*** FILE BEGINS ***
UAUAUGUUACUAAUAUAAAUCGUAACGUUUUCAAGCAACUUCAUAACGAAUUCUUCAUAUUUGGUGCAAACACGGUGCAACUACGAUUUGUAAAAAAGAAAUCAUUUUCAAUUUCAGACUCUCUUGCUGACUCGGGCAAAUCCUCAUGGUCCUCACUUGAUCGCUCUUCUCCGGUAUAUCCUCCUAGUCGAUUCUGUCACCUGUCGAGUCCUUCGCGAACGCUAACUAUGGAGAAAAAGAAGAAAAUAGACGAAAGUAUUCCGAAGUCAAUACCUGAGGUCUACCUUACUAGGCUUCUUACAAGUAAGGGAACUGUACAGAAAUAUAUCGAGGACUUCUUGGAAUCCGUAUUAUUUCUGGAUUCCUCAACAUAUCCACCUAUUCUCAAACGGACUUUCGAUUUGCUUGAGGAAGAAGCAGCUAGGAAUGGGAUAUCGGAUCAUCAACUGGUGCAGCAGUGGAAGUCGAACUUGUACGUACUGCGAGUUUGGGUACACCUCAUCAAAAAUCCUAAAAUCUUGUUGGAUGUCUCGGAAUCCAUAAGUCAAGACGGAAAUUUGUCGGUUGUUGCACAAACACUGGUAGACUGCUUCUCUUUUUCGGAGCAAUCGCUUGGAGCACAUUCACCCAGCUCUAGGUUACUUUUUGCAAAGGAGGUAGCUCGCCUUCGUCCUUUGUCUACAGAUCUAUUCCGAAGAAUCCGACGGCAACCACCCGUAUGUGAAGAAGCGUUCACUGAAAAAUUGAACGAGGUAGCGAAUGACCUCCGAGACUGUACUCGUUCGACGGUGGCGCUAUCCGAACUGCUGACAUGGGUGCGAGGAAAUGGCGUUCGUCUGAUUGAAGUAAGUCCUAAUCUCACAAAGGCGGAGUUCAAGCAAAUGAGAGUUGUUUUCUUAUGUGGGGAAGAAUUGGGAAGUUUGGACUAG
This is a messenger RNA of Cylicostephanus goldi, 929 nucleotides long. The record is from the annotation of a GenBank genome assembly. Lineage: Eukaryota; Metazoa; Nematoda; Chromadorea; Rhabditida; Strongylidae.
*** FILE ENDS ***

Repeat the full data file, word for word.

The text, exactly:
UAUAUGUUACUAAUAUAAAUCGUAACGUUUUCAAGCAACUUCAUAACGAAUUCUUCAUAUUUGGUGCAAACACGGUGCAACUACGAUUUGUAAAAAAGAAAUCAUUUUCAAUUUCAGACUCUCUUGCUGACUCGGGCAAAUCCUCAUGGUCCUCACUUGAUCGCUCUUCUCCGGUAUAUCCUCCUAGUCGAUUCUGUCACCUGUCGAGUCCUUCGCGAACGCUAACUAUGGAGAAAAAGAAGAAAAUAGACGAAAGUAUUCCGAAGUCAAUACCUGAGGUCUACCUUACUAGGCUUCUUACAAGUAAGGGAACUGUACAGAAAUAUAUCGAGGACUUCUUGGAAUCCGUAUUAUUUCUGGAUUCCUCAACAUAUCCACCUAUUCUCAAACGGACUUUCGAUUUGCUUGAGGAAGAAGCAGCUAGGAAUGGGAUAUCGGAUCAUCAACUGGUGCAGCAGUGGAAGUCGAACUUGUACGUACUGCGAGUUUGGGUACACCUCAUCAAAAAUCCUAAAAUCUUGUUGGAUGUCUCGGAAUCCAUAAGUCAAGACGGAAAUUUGUCGGUUGUUGCACAAACACUGGUAGACUGCUUCUCUUUUUCGGAGCAAUCGCUUGGAGCACAUUCACCCAGCUCUAGGUUACUUUUUGCAAAGGAGGUAGCUCGCCUUCGUCCUUUGUCUACAGAUCUAUUCCGAAGAAUCCGACGGCAACCACCCGUAUGUGAAGAAGCGUUCACUGAAAAAUUGAACGAGGUAGCGAAUGACCUCCGAGACUGUACUCGUUCGACGGUGGCGCUAUCCGAACUGCUGACAUGGGUGCGAGGAAAUGGCGUUCGUCUGAUUGAAGUAAGUCCUAAUCUCACAAAGGCGGAGUUCAAGCAAAUGAGAGUUGUUUUCUUAUGUGGGGAAGAAUUGGGAAGUUUGGACUAG
This is a messenger RNA of Cylicostephanus goldi, 929 nucleotides long. The record is from the annotation of a GenBank genome assembly. Lineage: Eukaryota; Metazoa; Nematoda; Chromadorea; Rhabditida; Strongylidae.